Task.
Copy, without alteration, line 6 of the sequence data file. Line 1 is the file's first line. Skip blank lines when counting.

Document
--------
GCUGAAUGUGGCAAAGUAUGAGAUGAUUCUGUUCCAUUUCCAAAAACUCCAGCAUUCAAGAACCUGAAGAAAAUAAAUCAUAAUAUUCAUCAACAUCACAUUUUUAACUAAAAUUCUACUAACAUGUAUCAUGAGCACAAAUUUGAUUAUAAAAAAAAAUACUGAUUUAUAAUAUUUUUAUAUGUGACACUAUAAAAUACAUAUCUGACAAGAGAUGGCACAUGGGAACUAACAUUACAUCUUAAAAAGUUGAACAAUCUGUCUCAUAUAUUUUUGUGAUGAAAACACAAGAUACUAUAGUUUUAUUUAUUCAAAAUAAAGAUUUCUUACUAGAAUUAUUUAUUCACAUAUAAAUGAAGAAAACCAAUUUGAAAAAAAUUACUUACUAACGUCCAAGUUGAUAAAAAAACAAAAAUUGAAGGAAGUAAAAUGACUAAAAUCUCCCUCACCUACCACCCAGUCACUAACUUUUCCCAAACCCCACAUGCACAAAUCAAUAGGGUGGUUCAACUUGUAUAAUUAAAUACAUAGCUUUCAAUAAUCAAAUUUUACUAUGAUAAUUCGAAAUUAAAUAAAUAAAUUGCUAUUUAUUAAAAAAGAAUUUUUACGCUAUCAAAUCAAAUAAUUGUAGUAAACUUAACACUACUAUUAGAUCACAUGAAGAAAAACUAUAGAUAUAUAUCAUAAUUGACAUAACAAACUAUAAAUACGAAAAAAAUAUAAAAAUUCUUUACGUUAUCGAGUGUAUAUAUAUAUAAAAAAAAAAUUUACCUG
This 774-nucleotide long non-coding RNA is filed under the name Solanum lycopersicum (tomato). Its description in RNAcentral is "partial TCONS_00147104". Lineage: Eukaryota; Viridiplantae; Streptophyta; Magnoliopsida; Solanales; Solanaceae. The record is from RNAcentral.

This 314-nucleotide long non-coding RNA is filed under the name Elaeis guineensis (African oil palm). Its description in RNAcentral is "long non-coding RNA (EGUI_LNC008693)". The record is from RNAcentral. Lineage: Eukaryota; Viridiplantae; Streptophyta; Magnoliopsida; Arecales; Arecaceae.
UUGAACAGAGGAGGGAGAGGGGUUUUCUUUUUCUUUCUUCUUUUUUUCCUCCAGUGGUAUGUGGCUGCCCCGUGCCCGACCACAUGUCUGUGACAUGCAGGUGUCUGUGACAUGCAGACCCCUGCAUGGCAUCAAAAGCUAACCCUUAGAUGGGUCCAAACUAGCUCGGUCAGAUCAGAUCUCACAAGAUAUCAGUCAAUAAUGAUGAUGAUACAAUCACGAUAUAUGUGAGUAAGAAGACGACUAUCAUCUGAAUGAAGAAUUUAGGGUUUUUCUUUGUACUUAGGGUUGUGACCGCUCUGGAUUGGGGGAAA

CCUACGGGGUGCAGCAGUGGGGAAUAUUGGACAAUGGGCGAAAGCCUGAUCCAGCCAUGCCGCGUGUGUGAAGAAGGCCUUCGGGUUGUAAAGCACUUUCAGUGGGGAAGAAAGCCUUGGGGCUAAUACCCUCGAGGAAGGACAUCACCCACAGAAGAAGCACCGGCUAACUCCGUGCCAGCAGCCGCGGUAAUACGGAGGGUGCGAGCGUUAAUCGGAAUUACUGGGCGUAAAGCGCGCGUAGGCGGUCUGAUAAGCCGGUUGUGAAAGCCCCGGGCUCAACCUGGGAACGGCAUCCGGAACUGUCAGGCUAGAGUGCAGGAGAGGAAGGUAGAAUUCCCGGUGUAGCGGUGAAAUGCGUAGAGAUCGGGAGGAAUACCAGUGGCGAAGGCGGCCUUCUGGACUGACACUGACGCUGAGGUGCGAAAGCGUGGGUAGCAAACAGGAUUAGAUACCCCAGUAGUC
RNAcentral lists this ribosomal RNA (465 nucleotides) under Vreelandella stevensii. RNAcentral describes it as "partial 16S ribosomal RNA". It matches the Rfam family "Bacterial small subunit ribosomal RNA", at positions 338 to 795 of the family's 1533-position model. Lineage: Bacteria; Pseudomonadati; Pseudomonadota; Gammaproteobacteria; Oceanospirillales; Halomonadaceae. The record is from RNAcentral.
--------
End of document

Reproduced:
RNAcentral lists this ribosomal RNA (465 nucleotides) under Vreelandella stevensii. RNAcentral describes it as "partial 16S ribosomal RNA". It matches the Rfam family "Bacterial small subunit ribosomal RNA", at positions 338 to 795 of the family's 1533-position model. Lineage: Bacteria; Pseudomonadati; Pseudomonadota; Gammaproteobacteria; Oceanospirillales; Halomonadaceae. The record is from RNAcentral.